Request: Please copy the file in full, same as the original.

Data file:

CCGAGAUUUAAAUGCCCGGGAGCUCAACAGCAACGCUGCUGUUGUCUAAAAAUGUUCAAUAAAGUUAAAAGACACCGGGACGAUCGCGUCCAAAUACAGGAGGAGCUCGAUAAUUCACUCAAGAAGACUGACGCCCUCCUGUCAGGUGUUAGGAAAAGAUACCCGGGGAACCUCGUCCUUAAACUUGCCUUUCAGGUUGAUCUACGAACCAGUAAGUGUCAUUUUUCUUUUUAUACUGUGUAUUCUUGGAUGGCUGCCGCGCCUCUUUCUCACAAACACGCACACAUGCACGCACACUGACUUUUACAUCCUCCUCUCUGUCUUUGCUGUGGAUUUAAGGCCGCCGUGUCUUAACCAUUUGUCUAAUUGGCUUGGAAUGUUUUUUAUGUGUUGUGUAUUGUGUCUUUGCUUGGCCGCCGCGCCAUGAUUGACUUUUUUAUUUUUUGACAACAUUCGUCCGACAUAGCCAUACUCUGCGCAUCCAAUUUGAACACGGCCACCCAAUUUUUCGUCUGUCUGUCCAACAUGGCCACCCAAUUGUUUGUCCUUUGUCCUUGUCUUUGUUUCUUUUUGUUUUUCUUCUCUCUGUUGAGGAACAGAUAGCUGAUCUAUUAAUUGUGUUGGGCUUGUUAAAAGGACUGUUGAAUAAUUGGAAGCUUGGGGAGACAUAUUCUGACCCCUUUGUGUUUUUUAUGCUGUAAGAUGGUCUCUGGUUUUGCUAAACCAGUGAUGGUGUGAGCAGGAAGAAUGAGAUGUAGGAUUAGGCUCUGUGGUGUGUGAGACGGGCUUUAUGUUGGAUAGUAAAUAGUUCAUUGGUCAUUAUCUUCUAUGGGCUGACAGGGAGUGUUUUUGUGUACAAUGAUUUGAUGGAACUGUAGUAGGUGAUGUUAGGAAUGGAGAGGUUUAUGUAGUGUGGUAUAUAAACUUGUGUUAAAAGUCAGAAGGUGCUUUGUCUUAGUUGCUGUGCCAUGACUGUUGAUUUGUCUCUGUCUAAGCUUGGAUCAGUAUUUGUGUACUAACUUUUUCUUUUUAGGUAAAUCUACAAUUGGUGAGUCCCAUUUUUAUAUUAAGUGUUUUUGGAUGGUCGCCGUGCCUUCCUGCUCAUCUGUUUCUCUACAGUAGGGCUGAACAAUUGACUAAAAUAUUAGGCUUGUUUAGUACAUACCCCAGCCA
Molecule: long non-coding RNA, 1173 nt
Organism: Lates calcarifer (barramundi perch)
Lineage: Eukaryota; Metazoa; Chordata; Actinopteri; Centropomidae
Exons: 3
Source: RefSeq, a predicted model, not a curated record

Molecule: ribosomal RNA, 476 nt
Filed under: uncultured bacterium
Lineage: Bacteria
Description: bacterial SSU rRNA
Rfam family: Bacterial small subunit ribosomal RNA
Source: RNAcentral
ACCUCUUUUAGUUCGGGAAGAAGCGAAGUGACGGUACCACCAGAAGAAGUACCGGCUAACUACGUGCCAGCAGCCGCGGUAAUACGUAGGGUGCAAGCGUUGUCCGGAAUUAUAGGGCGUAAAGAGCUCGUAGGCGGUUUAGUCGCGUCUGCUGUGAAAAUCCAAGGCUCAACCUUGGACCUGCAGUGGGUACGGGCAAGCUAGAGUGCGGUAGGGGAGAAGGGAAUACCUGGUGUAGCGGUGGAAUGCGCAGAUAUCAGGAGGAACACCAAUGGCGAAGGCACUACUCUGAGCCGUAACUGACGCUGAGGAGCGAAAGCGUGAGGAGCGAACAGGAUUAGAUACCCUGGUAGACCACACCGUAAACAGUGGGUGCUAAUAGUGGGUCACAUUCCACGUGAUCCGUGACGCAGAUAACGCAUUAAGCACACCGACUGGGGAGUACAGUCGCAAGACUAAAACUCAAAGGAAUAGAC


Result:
CCGAGAUUUAAAUGCCCGGGAGCUCAACAGCAACGCUGCUGUUGUCUAAAAAUGUUCAAUAAAGUUAAAAGACACCGGGACGAUCGCGUCCAAAUACAGGAGGAGCUCGAUAAUUCACUCAAGAAGACUGACGCCCUCCUGUCAGGUGUUAGGAAAAGAUACCCGGGGAACCUCGUCCUUAAACUUGCCUUUCAGGUUGAUCUACGAACCAGUAAGUGUCAUUUUUCUUUUUAUACUGUGUAUUCUUGGAUGGCUGCCGCGCCUCUUUCUCACAAACACGCACACAUGCACGCACACUGACUUUUACAUCCUCCUCUCUGUCUUUGCUGUGGAUUUAAGGCCGCCGUGUCUUAACCAUUUGUCUAAUUGGCUUGGAAUGUUUUUUAUGUGUUGUGUAUUGUGUCUUUGCUUGGCCGCCGCGCCAUGAUUGACUUUUUUAUUUUUUGACAACAUUCGUCCGACAUAGCCAUACUCUGCGCAUCCAAUUUGAACACGGCCACCCAAUUUUUCGUCUGUCUGUCCAACAUGGCCACCCAAUUGUUUGUCCUUUGUCCUUGUCUUUGUUUCUUUUUGUUUUUCUUCUCUCUGUUGAGGAACAGAUAGCUGAUCUAUUAAUUGUGUUGGGCUUGUUAAAAGGACUGUUGAAUAAUUGGAAGCUUGGGGAGACAUAUUCUGACCCCUUUGUGUUUUUUAUGCUGUAAGAUGGUCUCUGGUUUUGCUAAACCAGUGAUGGUGUGAGCAGGAAGAAUGAGAUGUAGGAUUAGGCUCUGUGGUGUGUGAGACGGGCUUUAUGUUGGAUAGUAAAUAGUUCAUUGGUCAUUAUCUUCUAUGGGCUGACAGGGAGUGUUUUUGUGUACAAUGAUUUGAUGGAACUGUAGUAGGUGAUGUUAGGAAUGGAGAGGUUUAUGUAGUGUGGUAUAUAAACUUGUGUUAAAAGUCAGAAGGUGCUUUGUCUUAGUUGCUGUGCCAUGACUGUUGAUUUGUCUCUGUCUAAGCUUGGAUCAGUAUUUGUGUACUAACUUUUUCUUUUUAGGUAAAUCUACAAUUGGUGAGUCCCAUUUUUAUAUUAAGUGUUUUUGGAUGGUCGCCGUGCCUUCCUGCUCAUCUGUUUCUCUACAGUAGGGCUGAACAAUUGACUAAAAUAUUAGGCUUGUUUAGUACAUACCCCAGCCA
Molecule: long non-coding RNA, 1173 nt
Organism: Lates calcarifer (barramundi perch)
Lineage: Eukaryota; Metazoa; Chordata; Actinopteri; Centropomidae
Exons: 3
Source: RefSeq, a predicted model, not a curated record

Molecule: ribosomal RNA, 476 nt
Filed under: uncultured bacterium
Lineage: Bacteria
Description: bacterial SSU rRNA
Rfam family: Bacterial small subunit ribosomal RNA
Source: RNAcentral
ACCUCUUUUAGUUCGGGAAGAAGCGAAGUGACGGUACCACCAGAAGAAGUACCGGCUAACUACGUGCCAGCAGCCGCGGUAAUACGUAGGGUGCAAGCGUUGUCCGGAAUUAUAGGGCGUAAAGAGCUCGUAGGCGGUUUAGUCGCGUCUGCUGUGAAAAUCCAAGGCUCAACCUUGGACCUGCAGUGGGUACGGGCAAGCUAGAGUGCGGUAGGGGAGAAGGGAAUACCUGGUGUAGCGGUGGAAUGCGCAGAUAUCAGGAGGAACACCAAUGGCGAAGGCACUACUCUGAGCCGUAACUGACGCUGAGGAGCGAAAGCGUGAGGAGCGAACAGGAUUAGAUACCCUGGUAGACCACACCGUAAACAGUGGGUGCUAAUAGUGGGUCACAUUCCACGUGAUCCGUGACGCAGAUAACGCAUUAAGCACACCGACUGGGGAGUACAGUCGCAAGACUAAAACUCAAAGGAAUAGAC